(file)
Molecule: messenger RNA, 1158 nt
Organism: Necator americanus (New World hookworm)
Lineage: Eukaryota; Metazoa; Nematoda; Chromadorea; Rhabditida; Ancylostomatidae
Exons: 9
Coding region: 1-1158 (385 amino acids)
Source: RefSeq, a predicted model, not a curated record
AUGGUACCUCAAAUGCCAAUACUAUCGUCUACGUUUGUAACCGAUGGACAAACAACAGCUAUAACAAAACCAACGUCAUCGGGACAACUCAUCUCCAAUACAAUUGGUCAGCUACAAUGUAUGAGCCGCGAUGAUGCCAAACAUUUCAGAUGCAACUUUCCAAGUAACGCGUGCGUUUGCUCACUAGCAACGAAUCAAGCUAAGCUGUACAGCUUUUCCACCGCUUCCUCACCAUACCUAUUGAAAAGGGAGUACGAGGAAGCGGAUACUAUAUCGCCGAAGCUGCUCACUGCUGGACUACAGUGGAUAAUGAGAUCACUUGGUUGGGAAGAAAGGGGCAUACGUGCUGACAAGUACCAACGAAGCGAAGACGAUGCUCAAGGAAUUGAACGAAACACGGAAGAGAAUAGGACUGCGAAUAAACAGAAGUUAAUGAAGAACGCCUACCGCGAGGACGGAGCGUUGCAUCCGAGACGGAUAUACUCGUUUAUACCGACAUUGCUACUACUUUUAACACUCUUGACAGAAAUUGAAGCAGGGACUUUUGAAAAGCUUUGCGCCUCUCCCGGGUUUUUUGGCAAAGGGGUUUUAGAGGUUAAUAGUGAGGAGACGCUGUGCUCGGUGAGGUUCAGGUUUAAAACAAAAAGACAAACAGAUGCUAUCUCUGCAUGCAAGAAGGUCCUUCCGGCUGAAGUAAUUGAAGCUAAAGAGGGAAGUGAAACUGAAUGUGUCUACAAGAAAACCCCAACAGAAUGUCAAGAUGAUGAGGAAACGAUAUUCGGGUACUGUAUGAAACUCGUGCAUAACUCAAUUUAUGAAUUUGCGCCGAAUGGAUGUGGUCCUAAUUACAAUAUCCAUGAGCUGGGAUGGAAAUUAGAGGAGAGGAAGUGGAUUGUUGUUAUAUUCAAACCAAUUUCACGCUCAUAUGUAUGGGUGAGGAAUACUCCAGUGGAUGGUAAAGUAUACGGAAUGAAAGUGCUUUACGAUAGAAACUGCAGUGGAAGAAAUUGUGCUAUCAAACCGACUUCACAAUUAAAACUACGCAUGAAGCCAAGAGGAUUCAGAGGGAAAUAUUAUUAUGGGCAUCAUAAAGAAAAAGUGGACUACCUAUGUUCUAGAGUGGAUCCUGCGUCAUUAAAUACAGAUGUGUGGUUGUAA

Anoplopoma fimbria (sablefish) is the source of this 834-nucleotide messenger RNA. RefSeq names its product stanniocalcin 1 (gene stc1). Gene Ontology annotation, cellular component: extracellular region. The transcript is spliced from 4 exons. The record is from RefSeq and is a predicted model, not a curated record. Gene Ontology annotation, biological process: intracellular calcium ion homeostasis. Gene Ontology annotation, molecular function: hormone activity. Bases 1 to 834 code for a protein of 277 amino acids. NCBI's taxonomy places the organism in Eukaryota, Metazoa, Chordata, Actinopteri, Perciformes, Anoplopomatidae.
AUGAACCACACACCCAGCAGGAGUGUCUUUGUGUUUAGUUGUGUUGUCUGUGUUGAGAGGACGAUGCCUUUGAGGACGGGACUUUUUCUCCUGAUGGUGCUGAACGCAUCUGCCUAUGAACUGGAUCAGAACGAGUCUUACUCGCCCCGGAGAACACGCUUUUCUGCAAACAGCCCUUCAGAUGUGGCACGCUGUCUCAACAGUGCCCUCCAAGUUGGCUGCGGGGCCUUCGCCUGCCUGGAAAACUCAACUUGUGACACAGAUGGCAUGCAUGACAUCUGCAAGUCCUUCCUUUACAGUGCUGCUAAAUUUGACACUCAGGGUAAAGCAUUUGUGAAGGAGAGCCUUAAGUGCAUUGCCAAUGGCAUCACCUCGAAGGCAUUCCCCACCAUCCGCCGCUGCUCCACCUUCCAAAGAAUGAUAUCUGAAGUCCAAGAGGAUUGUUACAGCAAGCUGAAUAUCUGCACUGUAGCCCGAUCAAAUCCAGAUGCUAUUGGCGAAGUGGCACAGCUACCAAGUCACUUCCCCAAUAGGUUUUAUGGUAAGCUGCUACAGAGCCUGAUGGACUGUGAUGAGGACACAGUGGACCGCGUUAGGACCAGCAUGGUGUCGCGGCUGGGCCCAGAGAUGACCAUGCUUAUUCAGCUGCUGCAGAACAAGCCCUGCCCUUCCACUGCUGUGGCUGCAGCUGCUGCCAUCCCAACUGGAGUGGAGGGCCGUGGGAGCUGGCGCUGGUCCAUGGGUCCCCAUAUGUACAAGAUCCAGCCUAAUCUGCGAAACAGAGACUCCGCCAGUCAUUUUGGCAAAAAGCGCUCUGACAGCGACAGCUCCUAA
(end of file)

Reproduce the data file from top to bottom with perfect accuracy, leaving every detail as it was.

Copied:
Molecule: messenger RNA, 1158 nt
Organism: Necator americanus (New World hookworm)
Lineage: Eukaryota; Metazoa; Nematoda; Chromadorea; Rhabditida; Ancylostomatidae
Exons: 9
Coding region: 1-1158 (385 amino acids)
Source: RefSeq, a predicted model, not a curated record
AUGGUACCUCAAAUGCCAAUACUAUCGUCUACGUUUGUAACCGAUGGACAAACAACAGCUAUAACAAAACCAACGUCAUCGGGACAACUCAUCUCCAAUACAAUUGGUCAGCUACAAUGUAUGAGCCGCGAUGAUGCCAAACAUUUCAGAUGCAACUUUCCAAGUAACGCGUGCGUUUGCUCACUAGCAACGAAUCAAGCUAAGCUGUACAGCUUUUCCACCGCUUCCUCACCAUACCUAUUGAAAAGGGAGUACGAGGAAGCGGAUACUAUAUCGCCGAAGCUGCUCACUGCUGGACUACAGUGGAUAAUGAGAUCACUUGGUUGGGAAGAAAGGGGCAUACGUGCUGACAAGUACCAACGAAGCGAAGACGAUGCUCAAGGAAUUGAACGAAACACGGAAGAGAAUAGGACUGCGAAUAAACAGAAGUUAAUGAAGAACGCCUACCGCGAGGACGGAGCGUUGCAUCCGAGACGGAUAUACUCGUUUAUACCGACAUUGCUACUACUUUUAACACUCUUGACAGAAAUUGAAGCAGGGACUUUUGAAAAGCUUUGCGCCUCUCCCGGGUUUUUUGGCAAAGGGGUUUUAGAGGUUAAUAGUGAGGAGACGCUGUGCUCGGUGAGGUUCAGGUUUAAAACAAAAAGACAAACAGAUGCUAUCUCUGCAUGCAAGAAGGUCCUUCCGGCUGAAGUAAUUGAAGCUAAAGAGGGAAGUGAAACUGAAUGUGUCUACAAGAAAACCCCAACAGAAUGUCAAGAUGAUGAGGAAACGAUAUUCGGGUACUGUAUGAAACUCGUGCAUAACUCAAUUUAUGAAUUUGCGCCGAAUGGAUGUGGUCCUAAUUACAAUAUCCAUGAGCUGGGAUGGAAAUUAGAGGAGAGGAAGUGGAUUGUUGUUAUAUUCAAACCAAUUUCACGCUCAUAUGUAUGGGUGAGGAAUACUCCAGUGGAUGGUAAAGUAUACGGAAUGAAAGUGCUUUACGAUAGAAACUGCAGUGGAAGAAAUUGUGCUAUCAAACCGACUUCACAAUUAAAACUACGCAUGAAGCCAAGAGGAUUCAGAGGGAAAUAUUAUUAUGGGCAUCAUAAAGAAAAAGUGGACUACCUAUGUUCUAGAGUGGAUCCUGCGUCAUUAAAUACAGAUGUGUGGUUGUAA

Anoplopoma fimbria (sablefish) is the source of this 834-nucleotide messenger RNA. RefSeq names its product stanniocalcin 1 (gene stc1). Gene Ontology annotation, cellular component: extracellular region. The transcript is spliced from 4 exons. The record is from RefSeq and is a predicted model, not a curated record. Gene Ontology annotation, biological process: intracellular calcium ion homeostasis. Gene Ontology annotation, molecular function: hormone activity. Bases 1 to 834 code for a protein of 277 amino acids. NCBI's taxonomy places the organism in Eukaryota, Metazoa, Chordata, Actinopteri, Perciformes, Anoplopomatidae.
AUGAACCACACACCCAGCAGGAGUGUCUUUGUGUUUAGUUGUGUUGUCUGUGUUGAGAGGACGAUGCCUUUGAGGACGGGACUUUUUCUCCUGAUGGUGCUGAACGCAUCUGCCUAUGAACUGGAUCAGAACGAGUCUUACUCGCCCCGGAGAACACGCUUUUCUGCAAACAGCCCUUCAGAUGUGGCACGCUGUCUCAACAGUGCCCUCCAAGUUGGCUGCGGGGCCUUCGCCUGCCUGGAAAACUCAACUUGUGACACAGAUGGCAUGCAUGACAUCUGCAAGUCCUUCCUUUACAGUGCUGCUAAAUUUGACACUCAGGGUAAAGCAUUUGUGAAGGAGAGCCUUAAGUGCAUUGCCAAUGGCAUCACCUCGAAGGCAUUCCCCACCAUCCGCCGCUGCUCCACCUUCCAAAGAAUGAUAUCUGAAGUCCAAGAGGAUUGUUACAGCAAGCUGAAUAUCUGCACUGUAGCCCGAUCAAAUCCAGAUGCUAUUGGCGAAGUGGCACAGCUACCAAGUCACUUCCCCAAUAGGUUUUAUGGUAAGCUGCUACAGAGCCUGAUGGACUGUGAUGAGGACACAGUGGACCGCGUUAGGACCAGCAUGGUGUCGCGGCUGGGCCCAGAGAUGACCAUGCUUAUUCAGCUGCUGCAGAACAAGCCCUGCCCUUCCACUGCUGUGGCUGCAGCUGCUGCCAUCCCAACUGGAGUGGAGGGCCGUGGGAGCUGGCGCUGGUCCAUGGGUCCCCAUAUGUACAAGAUCCAGCCUAAUCUGCGAAACAGAGACUCCGCCAGUCAUUUUGGCAAAAAGCGCUCUGACAGCGACAGCUCCUAA